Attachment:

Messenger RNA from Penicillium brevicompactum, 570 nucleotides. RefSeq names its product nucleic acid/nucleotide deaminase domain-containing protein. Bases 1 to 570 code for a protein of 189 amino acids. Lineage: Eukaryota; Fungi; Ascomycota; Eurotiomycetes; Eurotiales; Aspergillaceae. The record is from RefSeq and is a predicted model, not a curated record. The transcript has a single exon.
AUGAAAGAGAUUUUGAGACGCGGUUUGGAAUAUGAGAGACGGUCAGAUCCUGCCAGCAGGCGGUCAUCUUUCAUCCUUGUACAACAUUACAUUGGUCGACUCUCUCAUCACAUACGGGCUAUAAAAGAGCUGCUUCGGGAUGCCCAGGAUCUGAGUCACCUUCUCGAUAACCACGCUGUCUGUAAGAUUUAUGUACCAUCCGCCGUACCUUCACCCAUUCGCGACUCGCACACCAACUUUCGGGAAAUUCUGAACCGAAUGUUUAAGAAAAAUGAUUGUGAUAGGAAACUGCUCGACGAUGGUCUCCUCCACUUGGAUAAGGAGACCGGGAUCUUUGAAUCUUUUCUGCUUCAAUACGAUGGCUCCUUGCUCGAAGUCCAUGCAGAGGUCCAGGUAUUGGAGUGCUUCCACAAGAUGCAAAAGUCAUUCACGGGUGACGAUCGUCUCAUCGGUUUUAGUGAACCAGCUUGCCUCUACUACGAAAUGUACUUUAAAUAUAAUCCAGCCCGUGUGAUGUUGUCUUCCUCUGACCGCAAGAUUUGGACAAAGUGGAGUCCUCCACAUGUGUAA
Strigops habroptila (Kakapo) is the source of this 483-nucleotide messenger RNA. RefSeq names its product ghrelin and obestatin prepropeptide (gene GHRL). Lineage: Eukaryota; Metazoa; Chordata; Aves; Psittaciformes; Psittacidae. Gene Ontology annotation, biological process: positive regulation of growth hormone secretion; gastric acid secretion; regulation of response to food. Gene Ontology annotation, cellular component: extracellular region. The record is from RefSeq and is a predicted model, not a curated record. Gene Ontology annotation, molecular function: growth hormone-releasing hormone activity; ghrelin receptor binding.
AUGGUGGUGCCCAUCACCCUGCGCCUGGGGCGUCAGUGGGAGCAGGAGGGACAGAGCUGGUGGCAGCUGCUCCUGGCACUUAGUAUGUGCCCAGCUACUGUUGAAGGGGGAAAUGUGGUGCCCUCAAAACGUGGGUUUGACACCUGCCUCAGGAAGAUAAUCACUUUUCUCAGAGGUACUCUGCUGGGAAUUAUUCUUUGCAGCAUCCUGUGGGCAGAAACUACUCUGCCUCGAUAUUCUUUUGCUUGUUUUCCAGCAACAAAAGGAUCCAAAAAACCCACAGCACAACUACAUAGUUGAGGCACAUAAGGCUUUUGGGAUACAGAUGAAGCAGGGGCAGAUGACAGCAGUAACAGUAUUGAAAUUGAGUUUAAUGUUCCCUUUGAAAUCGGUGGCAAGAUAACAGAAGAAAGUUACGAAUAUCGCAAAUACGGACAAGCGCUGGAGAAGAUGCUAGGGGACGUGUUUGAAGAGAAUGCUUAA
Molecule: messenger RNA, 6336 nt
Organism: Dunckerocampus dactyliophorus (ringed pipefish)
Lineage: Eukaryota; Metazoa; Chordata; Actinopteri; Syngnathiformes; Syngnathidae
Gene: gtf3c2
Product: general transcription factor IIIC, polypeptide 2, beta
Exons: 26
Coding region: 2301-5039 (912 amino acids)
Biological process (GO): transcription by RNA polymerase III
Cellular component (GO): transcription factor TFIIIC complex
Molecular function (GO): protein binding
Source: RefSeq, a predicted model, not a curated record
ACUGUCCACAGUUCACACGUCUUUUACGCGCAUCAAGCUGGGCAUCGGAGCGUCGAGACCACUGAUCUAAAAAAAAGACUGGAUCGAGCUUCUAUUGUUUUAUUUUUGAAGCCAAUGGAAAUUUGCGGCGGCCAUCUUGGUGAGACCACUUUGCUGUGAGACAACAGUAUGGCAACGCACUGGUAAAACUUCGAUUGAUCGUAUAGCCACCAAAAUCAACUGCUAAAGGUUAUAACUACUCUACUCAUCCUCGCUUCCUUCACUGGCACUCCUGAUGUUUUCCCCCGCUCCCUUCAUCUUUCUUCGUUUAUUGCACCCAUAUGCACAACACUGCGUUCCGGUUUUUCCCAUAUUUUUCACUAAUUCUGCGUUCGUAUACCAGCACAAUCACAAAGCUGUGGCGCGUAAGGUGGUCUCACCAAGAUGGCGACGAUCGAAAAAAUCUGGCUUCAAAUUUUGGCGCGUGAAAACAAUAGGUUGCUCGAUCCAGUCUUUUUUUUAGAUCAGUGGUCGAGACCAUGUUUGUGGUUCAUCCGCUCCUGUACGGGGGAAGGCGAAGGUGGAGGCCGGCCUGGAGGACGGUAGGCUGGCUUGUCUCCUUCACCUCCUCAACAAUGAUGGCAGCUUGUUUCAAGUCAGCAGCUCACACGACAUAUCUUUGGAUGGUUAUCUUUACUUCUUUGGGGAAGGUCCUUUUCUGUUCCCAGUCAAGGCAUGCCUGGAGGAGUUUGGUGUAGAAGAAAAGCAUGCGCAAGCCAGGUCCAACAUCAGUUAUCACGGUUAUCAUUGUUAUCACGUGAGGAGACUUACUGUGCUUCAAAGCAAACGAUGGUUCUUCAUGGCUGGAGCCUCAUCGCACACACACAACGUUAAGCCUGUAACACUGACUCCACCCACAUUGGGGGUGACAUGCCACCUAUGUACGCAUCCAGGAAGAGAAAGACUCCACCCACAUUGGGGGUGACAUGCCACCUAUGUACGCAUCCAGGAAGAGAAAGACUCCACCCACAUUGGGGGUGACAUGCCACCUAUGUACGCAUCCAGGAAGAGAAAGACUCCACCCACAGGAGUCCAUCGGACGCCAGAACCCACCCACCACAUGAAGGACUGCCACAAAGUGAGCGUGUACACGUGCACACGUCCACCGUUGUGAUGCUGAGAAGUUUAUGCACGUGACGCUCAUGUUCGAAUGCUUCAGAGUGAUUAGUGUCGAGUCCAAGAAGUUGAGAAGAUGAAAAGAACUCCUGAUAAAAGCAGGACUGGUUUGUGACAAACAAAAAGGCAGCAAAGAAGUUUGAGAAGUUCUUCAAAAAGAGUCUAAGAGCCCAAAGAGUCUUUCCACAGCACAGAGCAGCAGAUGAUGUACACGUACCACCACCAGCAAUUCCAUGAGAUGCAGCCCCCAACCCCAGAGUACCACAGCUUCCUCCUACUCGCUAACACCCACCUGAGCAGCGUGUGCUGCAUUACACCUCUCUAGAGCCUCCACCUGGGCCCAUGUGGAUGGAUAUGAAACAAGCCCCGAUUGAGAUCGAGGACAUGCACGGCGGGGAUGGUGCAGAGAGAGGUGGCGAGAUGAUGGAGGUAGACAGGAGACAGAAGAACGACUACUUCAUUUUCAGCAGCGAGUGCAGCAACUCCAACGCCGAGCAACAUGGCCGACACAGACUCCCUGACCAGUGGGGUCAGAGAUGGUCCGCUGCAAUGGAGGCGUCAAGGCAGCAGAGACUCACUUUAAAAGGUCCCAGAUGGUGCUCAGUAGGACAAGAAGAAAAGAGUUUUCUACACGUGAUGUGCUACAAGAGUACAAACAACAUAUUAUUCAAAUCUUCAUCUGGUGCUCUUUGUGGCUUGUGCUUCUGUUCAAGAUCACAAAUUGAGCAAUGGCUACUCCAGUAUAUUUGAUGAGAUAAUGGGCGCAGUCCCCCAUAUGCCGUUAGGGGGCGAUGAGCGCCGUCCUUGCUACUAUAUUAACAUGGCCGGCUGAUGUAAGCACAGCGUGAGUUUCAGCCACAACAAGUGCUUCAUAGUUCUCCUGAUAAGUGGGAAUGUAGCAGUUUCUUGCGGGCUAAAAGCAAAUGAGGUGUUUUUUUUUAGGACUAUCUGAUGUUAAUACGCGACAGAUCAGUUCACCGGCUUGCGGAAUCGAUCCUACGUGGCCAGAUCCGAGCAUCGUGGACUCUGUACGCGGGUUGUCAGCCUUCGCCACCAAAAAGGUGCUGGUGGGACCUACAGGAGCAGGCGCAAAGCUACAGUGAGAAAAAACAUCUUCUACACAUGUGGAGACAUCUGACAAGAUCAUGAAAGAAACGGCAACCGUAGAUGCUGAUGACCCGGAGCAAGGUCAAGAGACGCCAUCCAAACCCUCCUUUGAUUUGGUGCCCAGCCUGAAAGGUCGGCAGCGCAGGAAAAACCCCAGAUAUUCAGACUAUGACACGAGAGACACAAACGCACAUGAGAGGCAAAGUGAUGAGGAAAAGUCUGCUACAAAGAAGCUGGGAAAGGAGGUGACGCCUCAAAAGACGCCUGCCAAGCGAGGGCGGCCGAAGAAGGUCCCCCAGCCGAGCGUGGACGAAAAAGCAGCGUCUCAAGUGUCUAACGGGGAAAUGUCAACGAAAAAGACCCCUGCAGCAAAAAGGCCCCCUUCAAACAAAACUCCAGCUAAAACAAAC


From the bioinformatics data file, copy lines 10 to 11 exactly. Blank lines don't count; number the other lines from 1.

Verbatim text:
Exons: 26
Coding region: 2301-5039 (912 amino acids)